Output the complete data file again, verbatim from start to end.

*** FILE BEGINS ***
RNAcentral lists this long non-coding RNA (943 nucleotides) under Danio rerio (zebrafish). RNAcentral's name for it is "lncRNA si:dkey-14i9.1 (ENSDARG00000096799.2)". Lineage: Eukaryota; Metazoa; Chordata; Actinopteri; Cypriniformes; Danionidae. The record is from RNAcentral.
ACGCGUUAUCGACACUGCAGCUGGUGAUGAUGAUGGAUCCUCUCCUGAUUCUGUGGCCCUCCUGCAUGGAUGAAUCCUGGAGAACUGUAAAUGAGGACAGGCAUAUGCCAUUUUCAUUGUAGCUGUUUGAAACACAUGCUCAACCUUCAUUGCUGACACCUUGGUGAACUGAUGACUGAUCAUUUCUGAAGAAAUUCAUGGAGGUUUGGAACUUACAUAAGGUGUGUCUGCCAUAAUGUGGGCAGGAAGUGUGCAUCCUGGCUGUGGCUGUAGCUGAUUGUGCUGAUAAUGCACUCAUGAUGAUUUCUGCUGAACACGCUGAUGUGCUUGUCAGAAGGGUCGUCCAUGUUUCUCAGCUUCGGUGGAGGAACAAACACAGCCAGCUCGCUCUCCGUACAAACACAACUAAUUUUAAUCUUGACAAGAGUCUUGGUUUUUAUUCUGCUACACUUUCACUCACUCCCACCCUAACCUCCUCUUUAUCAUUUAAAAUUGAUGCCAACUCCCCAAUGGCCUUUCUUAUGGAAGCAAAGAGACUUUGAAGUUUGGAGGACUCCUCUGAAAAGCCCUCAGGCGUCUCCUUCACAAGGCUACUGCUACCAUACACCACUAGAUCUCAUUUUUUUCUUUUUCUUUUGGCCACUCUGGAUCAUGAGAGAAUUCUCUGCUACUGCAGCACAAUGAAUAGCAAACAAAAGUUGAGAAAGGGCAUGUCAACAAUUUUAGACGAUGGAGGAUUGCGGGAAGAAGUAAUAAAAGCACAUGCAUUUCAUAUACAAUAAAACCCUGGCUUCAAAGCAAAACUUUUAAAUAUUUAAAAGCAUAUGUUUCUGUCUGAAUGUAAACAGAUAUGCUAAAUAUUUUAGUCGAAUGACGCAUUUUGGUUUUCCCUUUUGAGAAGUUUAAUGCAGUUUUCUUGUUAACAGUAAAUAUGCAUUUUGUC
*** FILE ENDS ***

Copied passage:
RNAcentral lists this long non-coding RNA (943 nucleotides) under Danio rerio (zebrafish). RNAcentral's name for it is "lncRNA si:dkey-14i9.1 (ENSDARG00000096799.2)". Lineage: Eukaryota; Metazoa; Chordata; Actinopteri; Cypriniformes; Danionidae. The record is from RNAcentral.
ACGCGUUAUCGACACUGCAGCUGGUGAUGAUGAUGGAUCCUCUCCUGAUUCUGUGGCCCUCCUGCAUGGAUGAAUCCUGGAGAACUGUAAAUGAGGACAGGCAUAUGCCAUUUUCAUUGUAGCUGUUUGAAACACAUGCUCAACCUUCAUUGCUGACACCUUGGUGAACUGAUGACUGAUCAUUUCUGAAGAAAUUCAUGGAGGUUUGGAACUUACAUAAGGUGUGUCUGCCAUAAUGUGGGCAGGAAGUGUGCAUCCUGGCUGUGGCUGUAGCUGAUUGUGCUGAUAAUGCACUCAUGAUGAUUUCUGCUGAACACGCUGAUGUGCUUGUCAGAAGGGUCGUCCAUGUUUCUCAGCUUCGGUGGAGGAACAAACACAGCCAGCUCGCUCUCCGUACAAACACAACUAAUUUUAAUCUUGACAAGAGUCUUGGUUUUUAUUCUGCUACACUUUCACUCACUCCCACCCUAACCUCCUCUUUAUCAUUUAAAAUUGAUGCCAACUCCCCAAUGGCCUUUCUUAUGGAAGCAAAGAGACUUUGAAGUUUGGAGGACUCCUCUGAAAAGCCCUCAGGCGUCUCCUUCACAAGGCUACUGCUACCAUACACCACUAGAUCUCAUUUUUUUCUUUUUCUUUUGGCCACUCUGGAUCAUGAGAGAAUUCUCUGCUACUGCAGCACAAUGAAUAGCAAACAAAAGUUGAGAAAGGGCAUGUCAACAAUUUUAGACGAUGGAGGAUUGCGGGAAGAAGUAAUAAAAGCACAUGCAUUUCAUAUACAAUAAAACCCUGGCUUCAAAGCAAAACUUUUAAAUAUUUAAAAGCAUAUGUUUCUGUCUGAAUGUAAACAGAUAUGCUAAAUAUUUUAGUCGAAUGACGCAUUUUGGUUUUCCCUUUUGAGAAGUUUAAUGCAGUUUUCUUGUUAACAGUAAAUAUGCAUUUUGUC